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Please help me save my teeth before they are gone.
December 18, 2012 9:24 AM   Subscribe

I never drink soda, and I place more focus on health and nutrition than anyone I know. Why are my teeth dissolving?!

Sorry in advance for the long post.

I am 27, and until fairly recently, I had a set of very healthy looking teeth. I'd never even had a cavity until my most recent checkup, when my dentist found two of them. Over the past year, I've been noticing that my teeth seem to stain much, much more easily than other people's. I started avoiding coffee and black tea for that reason, and always opt for white wine over red while in public, because after a few sips of red my husband starts lovingly referring to me as "Captain Black Teeth." I know these are things that are notorious for staining everyone's teeth, but the effect they have on mine seems much more severe. For example, ONE mug of herbal tea the other day made my teeth so dark that I was embarrassed to leave the house. After brushing with activated charcoal (supposedly a safe, natural way to whiten teeth) several times since then, they still have an obvious greyish tinge.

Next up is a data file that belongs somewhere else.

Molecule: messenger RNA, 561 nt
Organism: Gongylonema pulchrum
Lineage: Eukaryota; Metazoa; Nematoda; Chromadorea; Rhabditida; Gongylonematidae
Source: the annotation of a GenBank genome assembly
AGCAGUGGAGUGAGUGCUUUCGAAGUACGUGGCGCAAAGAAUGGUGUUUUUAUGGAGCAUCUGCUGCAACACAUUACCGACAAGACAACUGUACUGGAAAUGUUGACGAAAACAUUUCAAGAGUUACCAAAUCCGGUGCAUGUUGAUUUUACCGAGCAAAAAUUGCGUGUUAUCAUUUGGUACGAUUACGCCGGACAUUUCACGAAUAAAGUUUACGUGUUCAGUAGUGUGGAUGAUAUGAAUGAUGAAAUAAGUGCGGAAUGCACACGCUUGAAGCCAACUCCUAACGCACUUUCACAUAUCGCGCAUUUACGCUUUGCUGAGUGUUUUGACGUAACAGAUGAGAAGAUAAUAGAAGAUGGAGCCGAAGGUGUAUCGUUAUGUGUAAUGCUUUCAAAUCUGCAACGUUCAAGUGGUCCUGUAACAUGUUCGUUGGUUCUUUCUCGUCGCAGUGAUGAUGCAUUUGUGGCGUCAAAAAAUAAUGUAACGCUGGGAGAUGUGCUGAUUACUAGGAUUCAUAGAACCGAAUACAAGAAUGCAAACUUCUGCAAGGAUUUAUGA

The thing that is really freaking me out though, is the way the bottoms of my teeth are visibly thinning out to the point of looking translucent. This is happening to one of my front teeth faster than the other, and last night during a conversation with my husband, he interrupted it to say "Let me see your teeth," and "That worn spot on your tooth is getting worse." (In a concerned way -- Not a critical one.) We both agree that I need to make an appointment with a doctor asap to get my mineral levels checked, but I was hoping to collect theories here first in case that doesn't turn up much.

As mentioned, I'm a health nut, and I'm borderline obsessed with nutrition, which is why it's so surprising to me that my teeth reflect such poor health. I follow a grain-free, processed foods-free diet full of grass fed meat, lots of healthy fats, fresh pastured milk, eggs, and cheese, and plenty of organic vegetables straight from the farm. I even supplement daily with fermented cod liver oil (for the D and A) and butter oil (for the K2) which are supposed to be the three main powerhouses behind healthy teeth and bones. Obviously I'm doing something wrong, but I'm at a loss for what it could be.